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Chicago Mayor Rahm Emanuel Wants More Time To Fix Chicago’s Public Pension Crisis

“Corporations are moving in, and housing prices are looking better across the region. There has been a slight uptick in population. But a crushing problem lurks beneath the signs of economic recovery in Chicago: one of the most poorly funded pension systems among the nation’s major cities. Its plight threatens to upend the finances of President Obama’s hometown, now run by his former chief of staff, Rahm Emanuel.

The pension fund for retired Chicago teachers stands at risk of collapse. The city’s four funds for other retired city workers are short by $19.5 billion. At least one of the funds is in peril of running out of money in less than a decade. And starting in 2015, the city will be required by the state to make far larger contributions to the funds, which could leave it hundreds of millions of dollars in the red — as much as it would cost to pay 4,300 police officers to patrol the streets for a year.”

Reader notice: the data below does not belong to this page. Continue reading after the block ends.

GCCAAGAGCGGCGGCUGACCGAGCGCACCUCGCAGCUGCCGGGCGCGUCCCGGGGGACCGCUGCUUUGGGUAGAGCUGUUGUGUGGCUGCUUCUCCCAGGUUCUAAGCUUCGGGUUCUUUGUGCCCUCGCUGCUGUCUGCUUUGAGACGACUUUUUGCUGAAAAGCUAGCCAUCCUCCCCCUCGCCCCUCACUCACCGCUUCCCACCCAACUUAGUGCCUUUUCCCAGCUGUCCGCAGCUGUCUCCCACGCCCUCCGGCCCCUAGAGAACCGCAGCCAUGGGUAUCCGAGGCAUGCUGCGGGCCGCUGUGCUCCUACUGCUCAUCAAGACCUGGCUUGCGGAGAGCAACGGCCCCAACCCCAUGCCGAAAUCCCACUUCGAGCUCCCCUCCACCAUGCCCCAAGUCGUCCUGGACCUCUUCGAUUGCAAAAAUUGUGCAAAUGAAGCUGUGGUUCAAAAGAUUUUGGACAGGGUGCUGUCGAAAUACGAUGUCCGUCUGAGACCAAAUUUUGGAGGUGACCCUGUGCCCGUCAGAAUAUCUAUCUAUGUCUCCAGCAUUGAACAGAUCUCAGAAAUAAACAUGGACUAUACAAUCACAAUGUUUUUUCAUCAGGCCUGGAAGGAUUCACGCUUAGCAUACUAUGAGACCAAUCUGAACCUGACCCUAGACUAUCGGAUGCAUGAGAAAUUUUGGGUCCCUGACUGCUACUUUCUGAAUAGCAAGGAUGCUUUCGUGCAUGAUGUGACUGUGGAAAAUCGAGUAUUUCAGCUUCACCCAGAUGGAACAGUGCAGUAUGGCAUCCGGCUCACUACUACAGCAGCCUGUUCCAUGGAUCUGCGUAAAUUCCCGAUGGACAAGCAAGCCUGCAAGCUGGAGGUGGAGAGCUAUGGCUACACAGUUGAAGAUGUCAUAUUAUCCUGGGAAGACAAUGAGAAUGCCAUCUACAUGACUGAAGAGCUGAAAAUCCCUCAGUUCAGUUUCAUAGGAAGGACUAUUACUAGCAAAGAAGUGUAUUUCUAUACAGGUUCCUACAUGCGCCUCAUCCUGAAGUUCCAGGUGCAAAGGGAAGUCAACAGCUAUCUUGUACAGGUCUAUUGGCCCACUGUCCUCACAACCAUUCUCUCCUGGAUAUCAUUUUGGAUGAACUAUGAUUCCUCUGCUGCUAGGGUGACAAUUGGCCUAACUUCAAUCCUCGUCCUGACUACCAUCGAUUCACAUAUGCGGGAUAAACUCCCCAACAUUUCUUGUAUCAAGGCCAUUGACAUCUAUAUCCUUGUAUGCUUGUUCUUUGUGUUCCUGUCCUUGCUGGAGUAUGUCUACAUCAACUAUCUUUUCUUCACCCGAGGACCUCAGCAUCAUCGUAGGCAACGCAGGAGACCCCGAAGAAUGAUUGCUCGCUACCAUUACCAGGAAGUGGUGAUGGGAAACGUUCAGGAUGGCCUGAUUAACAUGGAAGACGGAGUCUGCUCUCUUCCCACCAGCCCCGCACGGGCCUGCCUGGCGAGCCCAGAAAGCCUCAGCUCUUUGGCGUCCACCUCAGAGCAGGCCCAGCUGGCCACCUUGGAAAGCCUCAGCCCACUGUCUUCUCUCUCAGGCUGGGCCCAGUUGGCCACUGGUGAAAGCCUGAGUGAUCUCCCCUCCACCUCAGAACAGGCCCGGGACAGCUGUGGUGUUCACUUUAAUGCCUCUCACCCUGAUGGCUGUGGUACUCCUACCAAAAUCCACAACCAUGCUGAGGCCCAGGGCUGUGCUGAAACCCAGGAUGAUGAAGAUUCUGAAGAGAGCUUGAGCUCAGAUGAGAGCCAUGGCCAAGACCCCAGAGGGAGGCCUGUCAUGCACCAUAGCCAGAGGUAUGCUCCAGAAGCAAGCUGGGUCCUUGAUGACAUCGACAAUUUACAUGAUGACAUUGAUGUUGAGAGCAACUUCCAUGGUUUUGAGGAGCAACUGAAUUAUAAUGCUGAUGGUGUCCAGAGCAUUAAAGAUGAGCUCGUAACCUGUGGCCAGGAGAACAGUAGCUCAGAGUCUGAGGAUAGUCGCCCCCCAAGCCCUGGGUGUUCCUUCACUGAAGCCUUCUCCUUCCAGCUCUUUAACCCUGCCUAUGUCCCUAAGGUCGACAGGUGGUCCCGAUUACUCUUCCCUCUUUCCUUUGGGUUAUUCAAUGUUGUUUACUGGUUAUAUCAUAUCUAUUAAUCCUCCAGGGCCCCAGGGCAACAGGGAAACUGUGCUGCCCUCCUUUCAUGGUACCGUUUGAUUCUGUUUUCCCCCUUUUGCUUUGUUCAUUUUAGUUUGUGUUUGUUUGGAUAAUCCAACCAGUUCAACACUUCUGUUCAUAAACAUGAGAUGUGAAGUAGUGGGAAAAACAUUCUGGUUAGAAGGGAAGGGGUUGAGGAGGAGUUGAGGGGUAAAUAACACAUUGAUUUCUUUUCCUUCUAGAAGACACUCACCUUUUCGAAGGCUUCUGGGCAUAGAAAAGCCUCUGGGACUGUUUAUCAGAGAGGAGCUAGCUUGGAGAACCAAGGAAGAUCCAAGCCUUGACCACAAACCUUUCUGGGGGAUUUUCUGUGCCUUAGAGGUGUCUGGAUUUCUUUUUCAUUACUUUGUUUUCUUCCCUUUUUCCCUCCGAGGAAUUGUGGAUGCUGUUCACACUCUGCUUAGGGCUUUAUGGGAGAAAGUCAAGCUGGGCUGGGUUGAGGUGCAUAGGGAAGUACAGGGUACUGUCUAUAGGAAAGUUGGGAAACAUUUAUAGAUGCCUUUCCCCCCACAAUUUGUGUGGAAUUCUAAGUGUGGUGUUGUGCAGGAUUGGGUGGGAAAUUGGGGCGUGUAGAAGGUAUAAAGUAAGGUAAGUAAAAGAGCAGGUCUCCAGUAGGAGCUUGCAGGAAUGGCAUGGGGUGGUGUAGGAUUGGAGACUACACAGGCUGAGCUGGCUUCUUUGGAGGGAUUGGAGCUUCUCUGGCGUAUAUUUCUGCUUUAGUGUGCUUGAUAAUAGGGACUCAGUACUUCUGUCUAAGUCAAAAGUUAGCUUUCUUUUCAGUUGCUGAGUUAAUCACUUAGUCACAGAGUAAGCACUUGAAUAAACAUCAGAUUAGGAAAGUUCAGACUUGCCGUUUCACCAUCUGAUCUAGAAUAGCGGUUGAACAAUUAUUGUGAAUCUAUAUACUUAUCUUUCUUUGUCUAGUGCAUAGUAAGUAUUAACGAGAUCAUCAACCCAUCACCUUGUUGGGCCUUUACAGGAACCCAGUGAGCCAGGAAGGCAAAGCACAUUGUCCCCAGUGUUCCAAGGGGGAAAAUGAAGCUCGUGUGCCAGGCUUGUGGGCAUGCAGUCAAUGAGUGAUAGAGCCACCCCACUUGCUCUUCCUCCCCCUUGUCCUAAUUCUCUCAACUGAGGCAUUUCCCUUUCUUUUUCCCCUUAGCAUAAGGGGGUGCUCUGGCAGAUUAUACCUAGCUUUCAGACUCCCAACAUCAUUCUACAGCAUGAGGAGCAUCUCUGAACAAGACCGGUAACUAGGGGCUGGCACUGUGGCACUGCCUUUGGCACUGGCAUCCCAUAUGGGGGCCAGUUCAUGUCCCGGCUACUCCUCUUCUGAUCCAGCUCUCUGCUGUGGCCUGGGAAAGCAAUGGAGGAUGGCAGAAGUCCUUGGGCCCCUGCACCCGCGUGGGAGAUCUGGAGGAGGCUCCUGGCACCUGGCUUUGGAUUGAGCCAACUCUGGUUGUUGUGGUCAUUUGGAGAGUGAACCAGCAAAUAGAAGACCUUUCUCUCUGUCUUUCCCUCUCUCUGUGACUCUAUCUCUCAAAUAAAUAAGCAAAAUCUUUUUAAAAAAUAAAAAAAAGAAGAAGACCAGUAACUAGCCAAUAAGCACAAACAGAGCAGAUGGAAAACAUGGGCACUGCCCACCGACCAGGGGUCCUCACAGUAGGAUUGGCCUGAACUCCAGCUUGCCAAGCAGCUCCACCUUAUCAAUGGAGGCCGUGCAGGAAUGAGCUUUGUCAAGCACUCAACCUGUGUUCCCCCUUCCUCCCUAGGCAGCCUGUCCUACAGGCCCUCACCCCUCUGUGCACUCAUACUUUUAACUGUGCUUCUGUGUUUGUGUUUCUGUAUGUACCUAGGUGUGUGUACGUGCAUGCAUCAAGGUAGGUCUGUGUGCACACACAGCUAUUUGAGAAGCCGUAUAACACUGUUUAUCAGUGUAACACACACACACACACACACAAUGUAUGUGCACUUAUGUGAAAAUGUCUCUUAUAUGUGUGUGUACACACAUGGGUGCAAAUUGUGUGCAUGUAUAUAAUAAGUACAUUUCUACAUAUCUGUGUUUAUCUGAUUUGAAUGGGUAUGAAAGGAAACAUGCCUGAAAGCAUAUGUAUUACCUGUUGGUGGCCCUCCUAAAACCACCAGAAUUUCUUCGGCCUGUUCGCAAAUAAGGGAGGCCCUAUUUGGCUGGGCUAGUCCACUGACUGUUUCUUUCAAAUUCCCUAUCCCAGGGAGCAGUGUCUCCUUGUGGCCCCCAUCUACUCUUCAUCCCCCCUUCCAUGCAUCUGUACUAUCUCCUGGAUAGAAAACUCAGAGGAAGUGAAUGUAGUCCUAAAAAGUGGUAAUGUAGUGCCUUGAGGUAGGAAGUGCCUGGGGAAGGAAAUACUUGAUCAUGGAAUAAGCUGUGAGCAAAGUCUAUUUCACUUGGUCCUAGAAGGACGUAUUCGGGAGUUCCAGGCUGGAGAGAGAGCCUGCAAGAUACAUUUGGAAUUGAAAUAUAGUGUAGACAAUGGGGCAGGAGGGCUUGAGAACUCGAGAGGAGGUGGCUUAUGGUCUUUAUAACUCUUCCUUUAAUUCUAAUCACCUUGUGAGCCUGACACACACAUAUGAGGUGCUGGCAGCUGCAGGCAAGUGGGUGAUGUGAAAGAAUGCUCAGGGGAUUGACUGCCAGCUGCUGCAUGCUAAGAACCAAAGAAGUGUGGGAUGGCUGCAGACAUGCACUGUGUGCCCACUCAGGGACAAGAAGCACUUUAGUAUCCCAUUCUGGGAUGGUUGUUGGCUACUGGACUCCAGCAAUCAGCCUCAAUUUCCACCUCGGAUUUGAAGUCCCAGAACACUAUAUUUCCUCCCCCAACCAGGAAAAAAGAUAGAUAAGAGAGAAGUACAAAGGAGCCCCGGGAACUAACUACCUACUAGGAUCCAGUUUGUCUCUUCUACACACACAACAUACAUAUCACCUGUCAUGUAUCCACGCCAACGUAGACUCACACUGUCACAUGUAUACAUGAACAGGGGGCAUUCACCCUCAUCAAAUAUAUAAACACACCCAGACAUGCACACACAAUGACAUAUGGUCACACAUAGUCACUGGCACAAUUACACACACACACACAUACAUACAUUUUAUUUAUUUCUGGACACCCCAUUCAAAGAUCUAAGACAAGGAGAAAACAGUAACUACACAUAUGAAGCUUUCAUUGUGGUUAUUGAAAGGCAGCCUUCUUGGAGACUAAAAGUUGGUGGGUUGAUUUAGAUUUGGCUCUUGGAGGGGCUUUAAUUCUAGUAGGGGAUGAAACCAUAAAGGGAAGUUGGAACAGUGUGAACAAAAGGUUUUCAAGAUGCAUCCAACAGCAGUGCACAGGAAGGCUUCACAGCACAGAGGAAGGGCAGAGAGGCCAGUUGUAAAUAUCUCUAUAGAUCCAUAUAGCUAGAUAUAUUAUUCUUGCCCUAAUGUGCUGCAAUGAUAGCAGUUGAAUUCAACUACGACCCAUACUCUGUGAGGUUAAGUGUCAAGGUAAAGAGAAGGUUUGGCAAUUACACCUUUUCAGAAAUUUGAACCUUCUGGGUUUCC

-Monica Davey and Mary Williams Walsh, The New York Times, August 5, 2013

Yesterday I blogged about the Illinois public pension crisis. Today, it’s Chicago.

Hal Dardick and Rick Pearson reported on the Chicago Tribune website late last night:

Faced with the prospect of a major tax hike or severe service cuts just as he stands for re-election a year from now, Mayor Rahm Emanuel told the Tribune Wednesday that his formula for fixing the financially out-of-whack government worker pension system requires “reform, revenue and time.”

Dardick and Pearson noted that Chicago’s mayor didn’t offer any specifics about his formula, and just had this to say:

“I believe, push this back, allow us the time, the foresight, to work through the issues,” Emanuel said. The state requirements have “got everybody focused. Now, (the unions should) come to the table and work with us, push the time out,” he said.